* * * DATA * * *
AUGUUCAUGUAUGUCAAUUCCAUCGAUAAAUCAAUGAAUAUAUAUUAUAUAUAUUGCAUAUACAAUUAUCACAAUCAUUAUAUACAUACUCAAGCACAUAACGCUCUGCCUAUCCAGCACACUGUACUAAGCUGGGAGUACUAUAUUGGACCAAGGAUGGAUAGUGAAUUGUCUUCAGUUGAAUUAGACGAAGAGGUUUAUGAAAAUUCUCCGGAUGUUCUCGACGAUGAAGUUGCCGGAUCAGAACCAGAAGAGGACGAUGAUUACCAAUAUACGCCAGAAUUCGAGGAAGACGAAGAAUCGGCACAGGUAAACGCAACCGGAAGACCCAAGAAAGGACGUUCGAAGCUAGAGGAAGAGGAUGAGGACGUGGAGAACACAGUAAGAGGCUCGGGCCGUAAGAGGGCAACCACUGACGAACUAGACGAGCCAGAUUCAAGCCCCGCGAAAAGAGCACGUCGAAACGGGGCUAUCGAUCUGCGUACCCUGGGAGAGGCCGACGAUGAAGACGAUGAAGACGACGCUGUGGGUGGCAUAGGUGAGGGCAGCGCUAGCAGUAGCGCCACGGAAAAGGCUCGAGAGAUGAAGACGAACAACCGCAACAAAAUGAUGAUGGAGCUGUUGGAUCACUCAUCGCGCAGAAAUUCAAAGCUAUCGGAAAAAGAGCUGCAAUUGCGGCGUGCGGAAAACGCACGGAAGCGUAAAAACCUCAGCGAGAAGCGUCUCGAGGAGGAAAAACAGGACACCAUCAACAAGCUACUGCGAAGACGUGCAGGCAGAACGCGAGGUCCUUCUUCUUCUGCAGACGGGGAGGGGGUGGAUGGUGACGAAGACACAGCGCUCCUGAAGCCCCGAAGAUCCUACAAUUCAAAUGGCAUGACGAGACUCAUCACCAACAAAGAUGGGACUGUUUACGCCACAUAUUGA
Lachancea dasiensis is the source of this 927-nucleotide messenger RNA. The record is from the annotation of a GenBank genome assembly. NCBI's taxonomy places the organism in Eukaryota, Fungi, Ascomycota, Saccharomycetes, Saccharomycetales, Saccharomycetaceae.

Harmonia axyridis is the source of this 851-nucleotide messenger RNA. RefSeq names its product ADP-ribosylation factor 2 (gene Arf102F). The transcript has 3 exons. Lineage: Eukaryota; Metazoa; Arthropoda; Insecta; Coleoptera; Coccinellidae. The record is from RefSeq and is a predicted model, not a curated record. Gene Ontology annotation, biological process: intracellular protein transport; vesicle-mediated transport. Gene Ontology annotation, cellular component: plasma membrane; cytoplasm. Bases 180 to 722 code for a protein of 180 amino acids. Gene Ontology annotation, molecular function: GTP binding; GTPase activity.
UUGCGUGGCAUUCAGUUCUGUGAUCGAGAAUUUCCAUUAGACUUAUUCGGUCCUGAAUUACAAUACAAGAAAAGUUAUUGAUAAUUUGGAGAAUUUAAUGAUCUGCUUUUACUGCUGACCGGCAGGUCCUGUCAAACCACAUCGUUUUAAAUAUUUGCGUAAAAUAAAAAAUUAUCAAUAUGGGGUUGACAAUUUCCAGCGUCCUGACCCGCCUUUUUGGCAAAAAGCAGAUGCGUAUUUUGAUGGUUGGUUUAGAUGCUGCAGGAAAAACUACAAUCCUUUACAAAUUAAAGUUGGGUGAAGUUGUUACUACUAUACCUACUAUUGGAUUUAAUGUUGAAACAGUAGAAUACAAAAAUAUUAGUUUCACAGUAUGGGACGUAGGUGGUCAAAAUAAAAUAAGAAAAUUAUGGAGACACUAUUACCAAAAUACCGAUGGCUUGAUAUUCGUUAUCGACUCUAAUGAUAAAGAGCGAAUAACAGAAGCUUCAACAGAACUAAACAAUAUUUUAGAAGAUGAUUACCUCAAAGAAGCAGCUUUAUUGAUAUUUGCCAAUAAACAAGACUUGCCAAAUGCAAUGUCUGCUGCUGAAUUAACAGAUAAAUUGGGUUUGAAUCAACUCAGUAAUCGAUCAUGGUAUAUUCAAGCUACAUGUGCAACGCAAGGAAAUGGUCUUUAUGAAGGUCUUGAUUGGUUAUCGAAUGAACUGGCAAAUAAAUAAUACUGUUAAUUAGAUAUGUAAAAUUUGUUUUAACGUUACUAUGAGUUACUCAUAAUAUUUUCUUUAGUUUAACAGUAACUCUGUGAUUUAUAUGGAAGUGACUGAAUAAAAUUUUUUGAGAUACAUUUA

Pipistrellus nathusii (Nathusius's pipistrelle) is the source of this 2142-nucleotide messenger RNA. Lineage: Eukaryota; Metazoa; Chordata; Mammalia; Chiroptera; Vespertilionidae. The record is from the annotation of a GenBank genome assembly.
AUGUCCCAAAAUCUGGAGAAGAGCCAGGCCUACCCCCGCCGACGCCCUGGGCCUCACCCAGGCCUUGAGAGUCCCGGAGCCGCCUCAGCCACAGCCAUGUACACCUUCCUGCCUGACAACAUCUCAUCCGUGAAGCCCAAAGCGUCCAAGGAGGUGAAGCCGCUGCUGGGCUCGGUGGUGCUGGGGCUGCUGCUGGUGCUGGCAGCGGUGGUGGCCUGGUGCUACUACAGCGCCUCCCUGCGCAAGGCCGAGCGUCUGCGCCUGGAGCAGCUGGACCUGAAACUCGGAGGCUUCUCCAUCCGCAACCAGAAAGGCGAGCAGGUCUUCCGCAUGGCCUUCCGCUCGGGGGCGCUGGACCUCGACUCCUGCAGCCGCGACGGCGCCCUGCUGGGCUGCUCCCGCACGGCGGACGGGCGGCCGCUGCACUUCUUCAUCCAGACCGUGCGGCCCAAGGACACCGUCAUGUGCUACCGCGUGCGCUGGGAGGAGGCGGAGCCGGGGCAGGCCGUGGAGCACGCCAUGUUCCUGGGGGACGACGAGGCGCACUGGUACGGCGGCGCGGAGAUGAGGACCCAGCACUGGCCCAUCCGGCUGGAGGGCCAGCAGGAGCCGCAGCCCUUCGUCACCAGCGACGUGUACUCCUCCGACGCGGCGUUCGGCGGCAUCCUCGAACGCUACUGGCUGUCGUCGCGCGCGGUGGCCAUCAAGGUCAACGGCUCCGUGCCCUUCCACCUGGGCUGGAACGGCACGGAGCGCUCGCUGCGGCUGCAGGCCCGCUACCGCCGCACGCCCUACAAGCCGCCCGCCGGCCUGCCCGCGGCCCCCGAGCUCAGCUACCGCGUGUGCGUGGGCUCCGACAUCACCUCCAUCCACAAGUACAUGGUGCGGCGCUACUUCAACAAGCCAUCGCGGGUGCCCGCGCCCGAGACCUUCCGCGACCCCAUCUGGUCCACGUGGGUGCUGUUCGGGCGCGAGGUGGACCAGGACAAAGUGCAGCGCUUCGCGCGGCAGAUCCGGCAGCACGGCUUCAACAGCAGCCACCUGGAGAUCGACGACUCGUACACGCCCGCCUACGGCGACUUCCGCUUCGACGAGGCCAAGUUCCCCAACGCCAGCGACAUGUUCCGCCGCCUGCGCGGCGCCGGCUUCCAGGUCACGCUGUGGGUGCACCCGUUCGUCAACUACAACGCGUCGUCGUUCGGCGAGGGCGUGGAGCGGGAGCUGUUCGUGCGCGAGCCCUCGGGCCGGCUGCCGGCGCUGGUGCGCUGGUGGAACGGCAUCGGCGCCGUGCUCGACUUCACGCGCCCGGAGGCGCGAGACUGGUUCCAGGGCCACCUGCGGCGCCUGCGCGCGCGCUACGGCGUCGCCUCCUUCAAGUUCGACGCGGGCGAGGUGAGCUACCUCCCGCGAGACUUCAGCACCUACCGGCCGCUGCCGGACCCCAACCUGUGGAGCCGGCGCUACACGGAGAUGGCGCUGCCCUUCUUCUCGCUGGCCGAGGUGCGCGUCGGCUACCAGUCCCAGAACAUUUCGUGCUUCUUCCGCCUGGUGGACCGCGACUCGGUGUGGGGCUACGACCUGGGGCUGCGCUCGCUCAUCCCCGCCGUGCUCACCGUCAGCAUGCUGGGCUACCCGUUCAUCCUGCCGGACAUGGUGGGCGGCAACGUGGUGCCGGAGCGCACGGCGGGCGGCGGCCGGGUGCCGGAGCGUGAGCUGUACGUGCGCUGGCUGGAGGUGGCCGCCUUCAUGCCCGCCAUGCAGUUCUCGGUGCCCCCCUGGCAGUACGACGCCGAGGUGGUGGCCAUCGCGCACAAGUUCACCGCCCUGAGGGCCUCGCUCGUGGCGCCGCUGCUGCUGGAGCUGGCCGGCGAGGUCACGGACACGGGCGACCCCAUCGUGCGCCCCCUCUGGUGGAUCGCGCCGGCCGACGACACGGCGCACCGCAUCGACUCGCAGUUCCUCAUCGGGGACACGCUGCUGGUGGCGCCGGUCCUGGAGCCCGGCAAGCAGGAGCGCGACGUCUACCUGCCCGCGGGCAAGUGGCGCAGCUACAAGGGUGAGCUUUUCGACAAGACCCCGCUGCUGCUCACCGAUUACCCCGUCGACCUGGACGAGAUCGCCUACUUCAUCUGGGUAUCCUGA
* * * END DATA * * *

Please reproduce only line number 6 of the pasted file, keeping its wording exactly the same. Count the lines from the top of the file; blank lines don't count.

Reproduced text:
AUGUCCCAAAAUCUGGAGAAGAGCCAGGCCUACCCCCGCCGACGCCCUGGGCCUCACCCAGGCCUUGAGAGUCCCGGAGCCGCCUCAGCCACAGCCAUGUACACCUUCCUGCCUGACAACAUCUCAUCCGUGAAGCCCAAAGCGUCCAAGGAGGUGAAGCCGCUGCUGGGCUCGGUGGUGCUGGGGCUGCUGCUGGUGCUGGCAGCGGUGGUGGCCUGGUGCUACUACAGCGCCUCCCUGCGCAAGGCCGAGCGUCUGCGCCUGGAGCAGCUGGACCUGAAACUCGGAGGCUUCUCCAUCCGCAACCAGAAAGGCGAGCAGGUCUUCCGCAUGGCCUUCCGCUCGGGGGCGCUGGACCUCGACUCCUGCAGCCGCGACGGCGCCCUGCUGGGCUGCUCCCGCACGGCGGACGGGCGGCCGCUGCACUUCUUCAUCCAGACCGUGCGGCCCAAGGACACCGUCAUGUGCUACCGCGUGCGCUGGGAGGAGGCGGAGCCGGGGCAGGCCGUGGAGCACGCCAUGUUCCUGGGGGACGACGAGGCGCACUGGUACGGCGGCGCGGAGAUGAGGACCCAGCACUGGCCCAUCCGGCUGGAGGGCCAGCAGGAGCCGCAGCCCUUCGUCACCAGCGACGUGUACUCCUCCGACGCGGCGUUCGGCGGCAUCCUCGAACGCUACUGGCUGUCGUCGCGCGCGGUGGCCAUCAAGGUCAACGGCUCCGUGCCCUUCCACCUGGGCUGGAACGGCACGGAGCGCUCGCUGCGGCUGCAGGCCCGCUACCGCCGCACGCCCUACAAGCCGCCCGCCGGCCUGCCCGCGGCCCCCGAGCUCAGCUACCGCGUGUGCGUGGGCUCCGACAUCACCUCCAUCCACAAGUACAUGGUGCGGCGCUACUUCAACAAGCCAUCGCGGGUGCCCGCGCCCGAGACCUUCCGCGACCCCAUCUGGUCCACGUGGGUGCUGUUCGGGCGCGAGGUGGACCAGGACAAAGUGCAGCGCUUCGCGCGGCAGAUCCGGCAGCACGGCUUCAACAGCAGCCACCUGGAGAUCGACGACUCGUACACGCCCGCCUACGGCGACUUCCGCUUCGACGAGGCCAAGUUCCCCAACGCCAGCGACAUGUUCCGCCGCCUGCGCGGCGCCGGCUUCCAGGUCACGCUGUGGGUGCACCCGUUCGUCAACUACAACGCGUCGUCGUUCGGCGAGGGCGUGGAGCGGGAGCUGUUCGUGCGCGAGCCCUCGGGCCGGCUGCCGGCGCUGGUGCGCUGGUGGAACGGCAUCGGCGCCGUGCUCGACUUCACGCGCCCGGAGGCGCGAGACUGGUUCCAGGGCCACCUGCGGCGCCUGCGCGCGCGCUACGGCGUCGCCUCCUUCAAGUUCGACGCGGGCGAGGUGAGCUACCUCCCGCGAGACUUCAGCACCUACCGGCCGCUGCCGGACCCCAACCUGUGGAGCCGGCGCUACACGGAGAUGGCGCUGCCCUUCUUCUCGCUGGCCGAGGUGCGCGUCGGCUACCAGUCCCAGAACAUUUCGUGCUUCUUCCGCCUGGUGGACCGCGACUCGGUGUGGGGCUACGACCUGGGGCUGCGCUCGCUCAUCCCCGCCGUGCUCACCGUCAGCAUGCUGGGCUACCCGUUCAUCCUGCCGGACAUGGUGGGCGGCAACGUGGUGCCGGAGCGCACGGCGGGCGGCGGCCGGGUGCCGGAGCGUGAGCUGUACGUGCGCUGGCUGGAGGUGGCCGCCUUCAUGCCCGCCAUGCAGUUCUCGGUGCCCCCCUGGCAGUACGACGCCGAGGUGGUGGCCAUCGCGCACAAGUUCACCGCCCUGAGGGCCUCGCUCGUGGCGCCGCUGCUGCUGGAGCUGGCCGGCGAGGUCACGGACACGGGCGACCCCAUCGUGCGCCCCCUCUGGUGGAUCGCGCCGGCCGACGACACGGCGCACCGCAUCGACUCGCAGUUCCUCAUCGGGGACACGCUGCUGGUGGCGCCGGUCCUGGAGCCCGGCAAGCAGGAGCGCGACGUCUACCUGCCCGCGGGCAAGUGGCGCAGCUACAAGGGUGAGCUUUUCGACAAGACCCCGCUGCUGCUCACCGAUUACCCCGUCGACCUGGACGAGAUCGCCUACUUCAUCUGGGUAUCCUGA